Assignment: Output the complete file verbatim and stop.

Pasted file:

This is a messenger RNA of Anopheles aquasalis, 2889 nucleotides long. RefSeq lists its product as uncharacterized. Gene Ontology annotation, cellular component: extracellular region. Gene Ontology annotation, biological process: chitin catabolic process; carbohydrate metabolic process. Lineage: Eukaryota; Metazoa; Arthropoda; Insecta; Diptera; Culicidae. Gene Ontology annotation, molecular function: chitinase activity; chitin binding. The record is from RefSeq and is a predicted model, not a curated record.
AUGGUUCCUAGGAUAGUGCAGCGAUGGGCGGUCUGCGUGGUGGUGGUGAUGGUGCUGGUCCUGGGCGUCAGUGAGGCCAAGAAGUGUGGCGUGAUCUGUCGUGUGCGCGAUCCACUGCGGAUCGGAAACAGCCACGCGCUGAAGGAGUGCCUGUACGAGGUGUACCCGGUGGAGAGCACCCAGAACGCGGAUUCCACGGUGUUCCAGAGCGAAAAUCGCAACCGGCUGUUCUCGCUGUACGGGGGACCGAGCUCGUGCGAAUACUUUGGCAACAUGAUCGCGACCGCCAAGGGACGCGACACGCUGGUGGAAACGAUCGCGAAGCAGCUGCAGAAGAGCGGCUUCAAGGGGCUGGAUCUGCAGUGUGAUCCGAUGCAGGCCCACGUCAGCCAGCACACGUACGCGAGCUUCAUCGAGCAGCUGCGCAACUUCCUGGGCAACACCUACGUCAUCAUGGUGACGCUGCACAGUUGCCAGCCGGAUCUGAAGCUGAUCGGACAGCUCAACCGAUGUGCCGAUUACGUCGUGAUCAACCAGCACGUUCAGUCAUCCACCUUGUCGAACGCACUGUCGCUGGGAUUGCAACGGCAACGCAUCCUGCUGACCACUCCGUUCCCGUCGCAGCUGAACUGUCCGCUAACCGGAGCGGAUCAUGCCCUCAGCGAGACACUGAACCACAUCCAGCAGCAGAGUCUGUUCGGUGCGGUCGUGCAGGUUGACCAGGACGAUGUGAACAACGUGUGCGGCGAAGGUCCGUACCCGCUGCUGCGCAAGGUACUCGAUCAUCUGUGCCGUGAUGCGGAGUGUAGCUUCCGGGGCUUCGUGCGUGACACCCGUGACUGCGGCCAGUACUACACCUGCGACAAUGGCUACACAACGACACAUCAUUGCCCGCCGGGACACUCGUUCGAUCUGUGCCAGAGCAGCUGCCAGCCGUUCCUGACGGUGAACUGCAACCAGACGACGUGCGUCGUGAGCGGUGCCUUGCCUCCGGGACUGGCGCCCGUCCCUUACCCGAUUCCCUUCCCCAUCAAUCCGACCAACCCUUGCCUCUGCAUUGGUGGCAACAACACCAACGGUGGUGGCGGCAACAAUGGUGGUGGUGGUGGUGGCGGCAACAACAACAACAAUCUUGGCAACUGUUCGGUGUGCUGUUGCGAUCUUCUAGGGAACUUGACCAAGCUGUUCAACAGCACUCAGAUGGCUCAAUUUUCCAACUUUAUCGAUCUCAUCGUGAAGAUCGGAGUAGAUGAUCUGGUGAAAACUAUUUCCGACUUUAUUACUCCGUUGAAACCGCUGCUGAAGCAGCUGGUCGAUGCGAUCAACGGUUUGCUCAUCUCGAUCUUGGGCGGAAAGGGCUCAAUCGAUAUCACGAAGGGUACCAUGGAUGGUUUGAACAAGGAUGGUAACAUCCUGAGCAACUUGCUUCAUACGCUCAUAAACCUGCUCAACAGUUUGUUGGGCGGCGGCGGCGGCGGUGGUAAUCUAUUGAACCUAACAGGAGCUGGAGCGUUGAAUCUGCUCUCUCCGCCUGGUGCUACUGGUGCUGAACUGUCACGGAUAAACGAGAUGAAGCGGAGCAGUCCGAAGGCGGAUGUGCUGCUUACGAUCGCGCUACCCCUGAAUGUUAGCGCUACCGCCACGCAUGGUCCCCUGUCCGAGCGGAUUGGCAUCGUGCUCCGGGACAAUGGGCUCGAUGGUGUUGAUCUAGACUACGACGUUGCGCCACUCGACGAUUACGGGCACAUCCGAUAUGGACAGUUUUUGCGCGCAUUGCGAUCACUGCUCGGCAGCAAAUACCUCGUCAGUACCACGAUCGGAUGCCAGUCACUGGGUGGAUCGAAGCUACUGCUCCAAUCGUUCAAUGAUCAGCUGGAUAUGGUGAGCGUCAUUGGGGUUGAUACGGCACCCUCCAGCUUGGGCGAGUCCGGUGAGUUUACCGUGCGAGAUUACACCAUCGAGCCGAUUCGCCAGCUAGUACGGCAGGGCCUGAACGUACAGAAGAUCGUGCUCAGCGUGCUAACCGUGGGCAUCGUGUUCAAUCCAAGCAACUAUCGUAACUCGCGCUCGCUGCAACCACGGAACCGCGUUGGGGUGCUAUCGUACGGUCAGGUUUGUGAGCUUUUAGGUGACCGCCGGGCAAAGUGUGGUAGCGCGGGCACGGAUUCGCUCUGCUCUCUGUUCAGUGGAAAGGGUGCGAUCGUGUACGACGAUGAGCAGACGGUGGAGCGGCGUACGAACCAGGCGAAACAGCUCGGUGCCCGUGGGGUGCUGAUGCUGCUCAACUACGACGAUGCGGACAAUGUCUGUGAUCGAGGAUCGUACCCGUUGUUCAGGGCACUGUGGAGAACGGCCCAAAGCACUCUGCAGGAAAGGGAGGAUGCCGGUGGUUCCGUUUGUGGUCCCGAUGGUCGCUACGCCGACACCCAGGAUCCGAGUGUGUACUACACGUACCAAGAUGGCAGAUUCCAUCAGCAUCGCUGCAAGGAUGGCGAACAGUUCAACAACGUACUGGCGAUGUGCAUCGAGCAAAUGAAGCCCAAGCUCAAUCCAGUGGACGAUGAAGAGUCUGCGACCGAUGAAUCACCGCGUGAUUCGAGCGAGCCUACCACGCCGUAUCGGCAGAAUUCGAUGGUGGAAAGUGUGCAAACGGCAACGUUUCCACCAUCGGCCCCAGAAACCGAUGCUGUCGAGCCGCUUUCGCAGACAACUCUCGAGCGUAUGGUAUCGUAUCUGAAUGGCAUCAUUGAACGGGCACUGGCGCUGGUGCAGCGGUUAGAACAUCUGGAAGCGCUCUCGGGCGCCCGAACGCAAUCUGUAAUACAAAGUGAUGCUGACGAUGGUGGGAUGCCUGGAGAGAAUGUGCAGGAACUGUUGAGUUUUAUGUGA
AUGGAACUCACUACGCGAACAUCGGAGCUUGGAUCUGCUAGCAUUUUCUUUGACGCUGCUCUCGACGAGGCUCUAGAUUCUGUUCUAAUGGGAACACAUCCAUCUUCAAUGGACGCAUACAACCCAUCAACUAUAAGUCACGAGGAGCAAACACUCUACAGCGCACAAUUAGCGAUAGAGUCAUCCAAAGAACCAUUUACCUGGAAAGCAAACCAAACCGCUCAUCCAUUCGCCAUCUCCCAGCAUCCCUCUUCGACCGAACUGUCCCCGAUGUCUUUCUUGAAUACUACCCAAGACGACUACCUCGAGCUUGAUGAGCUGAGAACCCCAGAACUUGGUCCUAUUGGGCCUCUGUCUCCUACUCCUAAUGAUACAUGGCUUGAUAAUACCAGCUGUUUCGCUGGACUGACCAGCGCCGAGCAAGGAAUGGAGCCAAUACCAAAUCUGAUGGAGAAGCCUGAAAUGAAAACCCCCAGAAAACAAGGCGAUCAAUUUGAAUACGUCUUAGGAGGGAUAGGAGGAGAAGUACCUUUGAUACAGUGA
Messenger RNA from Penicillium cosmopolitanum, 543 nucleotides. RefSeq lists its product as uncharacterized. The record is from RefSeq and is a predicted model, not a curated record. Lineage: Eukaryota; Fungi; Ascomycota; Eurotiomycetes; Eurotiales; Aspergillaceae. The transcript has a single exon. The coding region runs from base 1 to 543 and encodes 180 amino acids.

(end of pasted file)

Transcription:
This is a messenger RNA of Anopheles aquasalis, 2889 nucleotides long. RefSeq lists its product as uncharacterized. Gene Ontology annotation, cellular component: extracellular region. Gene Ontology annotation, biological process: chitin catabolic process; carbohydrate metabolic process. Lineage: Eukaryota; Metazoa; Arthropoda; Insecta; Diptera; Culicidae. Gene Ontology annotation, molecular function: chitinase activity; chitin binding. The record is from RefSeq and is a predicted model, not a curated record.
AUGGUUCCUAGGAUAGUGCAGCGAUGGGCGGUCUGCGUGGUGGUGGUGAUGGUGCUGGUCCUGGGCGUCAGUGAGGCCAAGAAGUGUGGCGUGAUCUGUCGUGUGCGCGAUCCACUGCGGAUCGGAAACAGCCACGCGCUGAAGGAGUGCCUGUACGAGGUGUACCCGGUGGAGAGCACCCAGAACGCGGAUUCCACGGUGUUCCAGAGCGAAAAUCGCAACCGGCUGUUCUCGCUGUACGGGGGACCGAGCUCGUGCGAAUACUUUGGCAACAUGAUCGCGACCGCCAAGGGACGCGACACGCUGGUGGAAACGAUCGCGAAGCAGCUGCAGAAGAGCGGCUUCAAGGGGCUGGAUCUGCAGUGUGAUCCGAUGCAGGCCCACGUCAGCCAGCACACGUACGCGAGCUUCAUCGAGCAGCUGCGCAACUUCCUGGGCAACACCUACGUCAUCAUGGUGACGCUGCACAGUUGCCAGCCGGAUCUGAAGCUGAUCGGACAGCUCAACCGAUGUGCCGAUUACGUCGUGAUCAACCAGCACGUUCAGUCAUCCACCUUGUCGAACGCACUGUCGCUGGGAUUGCAACGGCAACGCAUCCUGCUGACCACUCCGUUCCCGUCGCAGCUGAACUGUCCGCUAACCGGAGCGGAUCAUGCCCUCAGCGAGACACUGAACCACAUCCAGCAGCAGAGUCUGUUCGGUGCGGUCGUGCAGGUUGACCAGGACGAUGUGAACAACGUGUGCGGCGAAGGUCCGUACCCGCUGCUGCGCAAGGUACUCGAUCAUCUGUGCCGUGAUGCGGAGUGUAGCUUCCGGGGCUUCGUGCGUGACACCCGUGACUGCGGCCAGUACUACACCUGCGACAAUGGCUACACAACGACACAUCAUUGCCCGCCGGGACACUCGUUCGAUCUGUGCCAGAGCAGCUGCCAGCCGUUCCUGACGGUGAACUGCAACCAGACGACGUGCGUCGUGAGCGGUGCCUUGCCUCCGGGACUGGCGCCCGUCCCUUACCCGAUUCCCUUCCCCAUCAAUCCGACCAACCCUUGCCUCUGCAUUGGUGGCAACAACACCAACGGUGGUGGCGGCAACAAUGGUGGUGGUGGUGGUGGCGGCAACAACAACAACAAUCUUGGCAACUGUUCGGUGUGCUGUUGCGAUCUUCUAGGGAACUUGACCAAGCUGUUCAACAGCACUCAGAUGGCUCAAUUUUCCAACUUUAUCGAUCUCAUCGUGAAGAUCGGAGUAGAUGAUCUGGUGAAAACUAUUUCCGACUUUAUUACUCCGUUGAAACCGCUGCUGAAGCAGCUGGUCGAUGCGAUCAACGGUUUGCUCAUCUCGAUCUUGGGCGGAAAGGGCUCAAUCGAUAUCACGAAGGGUACCAUGGAUGGUUUGAACAAGGAUGGUAACAUCCUGAGCAACUUGCUUCAUACGCUCAUAAACCUGCUCAACAGUUUGUUGGGCGGCGGCGGCGGCGGUGGUAAUCUAUUGAACCUAACAGGAGCUGGAGCGUUGAAUCUGCUCUCUCCGCCUGGUGCUACUGGUGCUGAACUGUCACGGAUAAACGAGAUGAAGCGGAGCAGUCCGAAGGCGGAUGUGCUGCUUACGAUCGCGCUACCCCUGAAUGUUAGCGCUACCGCCACGCAUGGUCCCCUGUCCGAGCGGAUUGGCAUCGUGCUCCGGGACAAUGGGCUCGAUGGUGUUGAUCUAGACUACGACGUUGCGCCACUCGACGAUUACGGGCACAUCCGAUAUGGACAGUUUUUGCGCGCAUUGCGAUCACUGCUCGGCAGCAAAUACCUCGUCAGUACCACGAUCGGAUGCCAGUCACUGGGUGGAUCGAAGCUACUGCUCCAAUCGUUCAAUGAUCAGCUGGAUAUGGUGAGCGUCAUUGGGGUUGAUACGGCACCCUCCAGCUUGGGCGAGUCCGGUGAGUUUACCGUGCGAGAUUACACCAUCGAGCCGAUUCGCCAGCUAGUACGGCAGGGCCUGAACGUACAGAAGAUCGUGCUCAGCGUGCUAACCGUGGGCAUCGUGUUCAAUCCAAGCAACUAUCGUAACUCGCGCUCGCUGCAACCACGGAACCGCGUUGGGGUGCUAUCGUACGGUCAGGUUUGUGAGCUUUUAGGUGACCGCCGGGCAAAGUGUGGUAGCGCGGGCACGGAUUCGCUCUGCUCUCUGUUCAGUGGAAAGGGUGCGAUCGUGUACGACGAUGAGCAGACGGUGGAGCGGCGUACGAACCAGGCGAAACAGCUCGGUGCCCGUGGGGUGCUGAUGCUGCUCAACUACGACGAUGCGGACAAUGUCUGUGAUCGAGGAUCGUACCCGUUGUUCAGGGCACUGUGGAGAACGGCCCAAAGCACUCUGCAGGAAAGGGAGGAUGCCGGUGGUUCCGUUUGUGGUCCCGAUGGUCGCUACGCCGACACCCAGGAUCCGAGUGUGUACUACACGUACCAAGAUGGCAGAUUCCAUCAGCAUCGCUGCAAGGAUGGCGAACAGUUCAACAACGUACUGGCGAUGUGCAUCGAGCAAAUGAAGCCCAAGCUCAAUCCAGUGGACGAUGAAGAGUCUGCGACCGAUGAAUCACCGCGUGAUUCGAGCGAGCCUACCACGCCGUAUCGGCAGAAUUCGAUGGUGGAAAGUGUGCAAACGGCAACGUUUCCACCAUCGGCCCCAGAAACCGAUGCUGUCGAGCCGCUUUCGCAGACAACUCUCGAGCGUAUGGUAUCGUAUCUGAAUGGCAUCAUUGAACGGGCACUGGCGCUGGUGCAGCGGUUAGAACAUCUGGAAGCGCUCUCGGGCGCCCGAACGCAAUCUGUAAUACAAAGUGAUGCUGACGAUGGUGGGAUGCCUGGAGAGAAUGUGCAGGAACUGUUGAGUUUUAUGUGA
AUGGAACUCACUACGCGAACAUCGGAGCUUGGAUCUGCUAGCAUUUUCUUUGACGCUGCUCUCGACGAGGCUCUAGAUUCUGUUCUAAUGGGAACACAUCCAUCUUCAAUGGACGCAUACAACCCAUCAACUAUAAGUCACGAGGAGCAAACACUCUACAGCGCACAAUUAGCGAUAGAGUCAUCCAAAGAACCAUUUACCUGGAAAGCAAACCAAACCGCUCAUCCAUUCGCCAUCUCCCAGCAUCCCUCUUCGACCGAACUGUCCCCGAUGUCUUUCUUGAAUACUACCCAAGACGACUACCUCGAGCUUGAUGAGCUGAGAACCCCAGAACUUGGUCCUAUUGGGCCUCUGUCUCCUACUCCUAAUGAUACAUGGCUUGAUAAUACCAGCUGUUUCGCUGGACUGACCAGCGCCGAGCAAGGAAUGGAGCCAAUACCAAAUCUGAUGGAGAAGCCUGAAAUGAAAACCCCCAGAAAACAAGGCGAUCAAUUUGAAUACGUCUUAGGAGGGAUAGGAGGAGAAGUACCUUUGAUACAGUGA
Messenger RNA from Penicillium cosmopolitanum, 543 nucleotides. RefSeq lists its product as uncharacterized. The record is from RefSeq and is a predicted model, not a curated record. Lineage: Eukaryota; Fungi; Ascomycota; Eurotiomycetes; Eurotiales; Aspergillaceae. The transcript has a single exon. The coding region runs from base 1 to 543 and encodes 180 amino acids.